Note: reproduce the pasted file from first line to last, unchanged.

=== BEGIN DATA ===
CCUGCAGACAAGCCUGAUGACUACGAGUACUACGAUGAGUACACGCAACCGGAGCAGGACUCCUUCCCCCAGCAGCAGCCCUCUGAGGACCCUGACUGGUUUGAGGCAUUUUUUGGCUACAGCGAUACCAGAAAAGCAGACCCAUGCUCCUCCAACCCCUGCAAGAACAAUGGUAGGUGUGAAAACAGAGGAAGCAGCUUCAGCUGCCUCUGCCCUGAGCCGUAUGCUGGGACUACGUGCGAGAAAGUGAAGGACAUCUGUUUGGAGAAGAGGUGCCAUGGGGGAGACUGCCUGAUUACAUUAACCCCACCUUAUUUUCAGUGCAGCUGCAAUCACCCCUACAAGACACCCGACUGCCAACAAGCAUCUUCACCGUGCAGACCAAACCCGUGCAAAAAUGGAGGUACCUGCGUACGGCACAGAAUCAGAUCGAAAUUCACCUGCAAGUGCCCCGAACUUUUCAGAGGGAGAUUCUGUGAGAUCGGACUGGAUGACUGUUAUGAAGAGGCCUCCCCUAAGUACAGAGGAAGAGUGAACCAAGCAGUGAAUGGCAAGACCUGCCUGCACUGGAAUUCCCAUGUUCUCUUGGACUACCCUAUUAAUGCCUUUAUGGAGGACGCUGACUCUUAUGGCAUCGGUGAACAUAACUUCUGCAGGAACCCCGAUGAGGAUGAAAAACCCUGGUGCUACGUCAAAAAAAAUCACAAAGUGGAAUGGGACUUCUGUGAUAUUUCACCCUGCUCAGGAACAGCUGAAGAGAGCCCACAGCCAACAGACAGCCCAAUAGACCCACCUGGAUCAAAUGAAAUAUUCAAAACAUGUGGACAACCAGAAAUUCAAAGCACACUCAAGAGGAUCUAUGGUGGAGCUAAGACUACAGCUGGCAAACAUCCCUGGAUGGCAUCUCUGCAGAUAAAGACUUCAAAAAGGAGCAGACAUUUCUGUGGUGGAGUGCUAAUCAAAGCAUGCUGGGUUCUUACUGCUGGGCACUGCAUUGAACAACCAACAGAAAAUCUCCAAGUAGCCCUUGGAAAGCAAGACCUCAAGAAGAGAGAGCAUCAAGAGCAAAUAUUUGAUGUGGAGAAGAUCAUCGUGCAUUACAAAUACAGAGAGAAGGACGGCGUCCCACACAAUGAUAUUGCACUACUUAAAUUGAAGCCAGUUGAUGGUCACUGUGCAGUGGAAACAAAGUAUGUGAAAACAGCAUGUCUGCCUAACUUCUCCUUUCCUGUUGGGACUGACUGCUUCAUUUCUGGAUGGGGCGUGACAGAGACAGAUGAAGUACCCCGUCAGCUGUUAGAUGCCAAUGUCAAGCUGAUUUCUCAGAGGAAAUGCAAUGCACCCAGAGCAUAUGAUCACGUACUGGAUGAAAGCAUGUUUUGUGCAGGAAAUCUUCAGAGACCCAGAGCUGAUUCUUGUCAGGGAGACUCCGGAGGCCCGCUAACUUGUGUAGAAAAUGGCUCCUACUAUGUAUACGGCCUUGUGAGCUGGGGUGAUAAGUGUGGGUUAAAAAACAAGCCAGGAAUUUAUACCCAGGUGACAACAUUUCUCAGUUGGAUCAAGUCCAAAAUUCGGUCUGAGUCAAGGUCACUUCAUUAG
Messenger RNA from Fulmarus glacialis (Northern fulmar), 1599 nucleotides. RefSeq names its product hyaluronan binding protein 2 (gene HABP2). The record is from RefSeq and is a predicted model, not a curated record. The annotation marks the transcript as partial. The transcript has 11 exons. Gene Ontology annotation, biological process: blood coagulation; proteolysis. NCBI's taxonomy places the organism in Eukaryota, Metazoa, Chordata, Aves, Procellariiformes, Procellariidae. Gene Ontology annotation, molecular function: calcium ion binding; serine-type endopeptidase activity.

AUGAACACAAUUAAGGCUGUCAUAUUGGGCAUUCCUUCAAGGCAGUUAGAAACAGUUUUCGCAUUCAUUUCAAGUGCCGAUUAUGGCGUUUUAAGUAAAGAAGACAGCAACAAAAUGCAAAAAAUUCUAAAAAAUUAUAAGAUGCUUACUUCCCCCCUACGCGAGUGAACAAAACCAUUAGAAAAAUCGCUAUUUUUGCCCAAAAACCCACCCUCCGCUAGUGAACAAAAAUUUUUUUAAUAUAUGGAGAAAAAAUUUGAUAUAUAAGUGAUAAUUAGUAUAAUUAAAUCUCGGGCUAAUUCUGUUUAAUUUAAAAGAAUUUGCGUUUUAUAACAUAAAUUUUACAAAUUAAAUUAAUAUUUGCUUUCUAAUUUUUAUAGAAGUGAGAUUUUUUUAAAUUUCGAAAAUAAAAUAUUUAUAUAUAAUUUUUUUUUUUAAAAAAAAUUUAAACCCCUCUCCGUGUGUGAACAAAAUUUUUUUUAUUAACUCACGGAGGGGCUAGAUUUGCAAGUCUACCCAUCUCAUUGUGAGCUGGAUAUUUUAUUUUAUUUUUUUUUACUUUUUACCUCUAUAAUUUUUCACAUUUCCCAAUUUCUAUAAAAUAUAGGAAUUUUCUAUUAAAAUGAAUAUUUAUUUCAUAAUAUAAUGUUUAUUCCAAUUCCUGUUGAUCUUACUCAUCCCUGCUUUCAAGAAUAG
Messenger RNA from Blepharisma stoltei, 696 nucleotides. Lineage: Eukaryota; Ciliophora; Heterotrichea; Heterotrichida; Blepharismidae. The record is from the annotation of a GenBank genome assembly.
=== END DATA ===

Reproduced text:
CCUGCAGACAAGCCUGAUGACUACGAGUACUACGAUGAGUACACGCAACCGGAGCAGGACUCCUUCCCCCAGCAGCAGCCCUCUGAGGACCCUGACUGGUUUGAGGCAUUUUUUGGCUACAGCGAUACCAGAAAAGCAGACCCAUGCUCCUCCAACCCCUGCAAGAACAAUGGUAGGUGUGAAAACAGAGGAAGCAGCUUCAGCUGCCUCUGCCCUGAGCCGUAUGCUGGGACUACGUGCGAGAAAGUGAAGGACAUCUGUUUGGAGAAGAGGUGCCAUGGGGGAGACUGCCUGAUUACAUUAACCCCACCUUAUUUUCAGUGCAGCUGCAAUCACCCCUACAAGACACCCGACUGCCAACAAGCAUCUUCACCGUGCAGACCAAACCCGUGCAAAAAUGGAGGUACCUGCGUACGGCACAGAAUCAGAUCGAAAUUCACCUGCAAGUGCCCCGAACUUUUCAGAGGGAGAUUCUGUGAGAUCGGACUGGAUGACUGUUAUGAAGAGGCCUCCCCUAAGUACAGAGGAAGAGUGAACCAAGCAGUGAAUGGCAAGACCUGCCUGCACUGGAAUUCCCAUGUUCUCUUGGACUACCCUAUUAAUGCCUUUAUGGAGGACGCUGACUCUUAUGGCAUCGGUGAACAUAACUUCUGCAGGAACCCCGAUGAGGAUGAAAAACCCUGGUGCUACGUCAAAAAAAAUCACAAAGUGGAAUGGGACUUCUGUGAUAUUUCACCCUGCUCAGGAACAGCUGAAGAGAGCCCACAGCCAACAGACAGCCCAAUAGACCCACCUGGAUCAAAUGAAAUAUUCAAAACAUGUGGACAACCAGAAAUUCAAAGCACACUCAAGAGGAUCUAUGGUGGAGCUAAGACUACAGCUGGCAAACAUCCCUGGAUGGCAUCUCUGCAGAUAAAGACUUCAAAAAGGAGCAGACAUUUCUGUGGUGGAGUGCUAAUCAAAGCAUGCUGGGUUCUUACUGCUGGGCACUGCAUUGAACAACCAACAGAAAAUCUCCAAGUAGCCCUUGGAAAGCAAGACCUCAAGAAGAGAGAGCAUCAAGAGCAAAUAUUUGAUGUGGAGAAGAUCAUCGUGCAUUACAAAUACAGAGAGAAGGACGGCGUCCCACACAAUGAUAUUGCACUACUUAAAUUGAAGCCAGUUGAUGGUCACUGUGCAGUGGAAACAAAGUAUGUGAAAACAGCAUGUCUGCCUAACUUCUCCUUUCCUGUUGGGACUGACUGCUUCAUUUCUGGAUGGGGCGUGACAGAGACAGAUGAAGUACCCCGUCAGCUGUUAGAUGCCAAUGUCAAGCUGAUUUCUCAGAGGAAAUGCAAUGCACCCAGAGCAUAUGAUCACGUACUGGAUGAAAGCAUGUUUUGUGCAGGAAAUCUUCAGAGACCCAGAGCUGAUUCUUGUCAGGGAGACUCCGGAGGCCCGCUAACUUGUGUAGAAAAUGGCUCCUACUAUGUAUACGGCCUUGUGAGCUGGGGUGAUAAGUGUGGGUUAAAAAACAAGCCAGGAAUUUAUACCCAGGUGACAACAUUUCUCAGUUGGAUCAAGUCCAAAAUUCGGUCUGAGUCAAGGUCACUUCAUUAG
Messenger RNA from Fulmarus glacialis (Northern fulmar), 1599 nucleotides. RefSeq names its product hyaluronan binding protein 2 (gene HABP2). The record is from RefSeq and is a predicted model, not a curated record. The annotation marks the transcript as partial. The transcript has 11 exons. Gene Ontology annotation, biological process: blood coagulation; proteolysis. NCBI's taxonomy places the organism in Eukaryota, Metazoa, Chordata, Aves, Procellariiformes, Procellariidae. Gene Ontology annotation, molecular function: calcium ion binding; serine-type endopeptidase activity.

AUGAACACAAUUAAGGCUGUCAUAUUGGGCAUUCCUUCAAGGCAGUUAGAAACAGUUUUCGCAUUCAUUUCAAGUGCCGAUUAUGGCGUUUUAAGUAAAGAAGACAGCAACAAAAUGCAAAAAAUUCUAAAAAAUUAUAAGAUGCUUACUUCCCCCCUACGCGAGUGAACAAAACCAUUAGAAAAAUCGCUAUUUUUGCCCAAAAACCCACCCUCCGCUAGUGAACAAAAAUUUUUUUAAUAUAUGGAGAAAAAAUUUGAUAUAUAAGUGAUAAUUAGUAUAAUUAAAUCUCGGGCUAAUUCUGUUUAAUUUAAAAGAAUUUGCGUUUUAUAACAUAAAUUUUACAAAUUAAAUUAAUAUUUGCUUUCUAAUUUUUAUAGAAGUGAGAUUUUUUUAAAUUUCGAAAAUAAAAUAUUUAUAUAUAAUUUUUUUUUUUAAAAAAAAUUUAAACCCCUCUCCGUGUGUGAACAAAAUUUUUUUUAUUAACUCACGGAGGGGCUAGAUUUGCAAGUCUACCCAUCUCAUUGUGAGCUGGAUAUUUUAUUUUAUUUUUUUUUACUUUUUACCUCUAUAAUUUUUCACAUUUCCCAAUUUCUAUAAAAUAUAGGAAUUUUCUAUUAAAAUGAAUAUUUAUUUCAUAAUAUAAUGUUUAUUCCAAUUCCUGUUGAUCUUACUCAUCCCUGCUUUCAAGAAUAG
Messenger RNA from Blepharisma stoltei, 696 nucleotides. Lineage: Eukaryota; Ciliophora; Heterotrichea; Heterotrichida; Blepharismidae. The record is from the annotation of a GenBank genome assembly.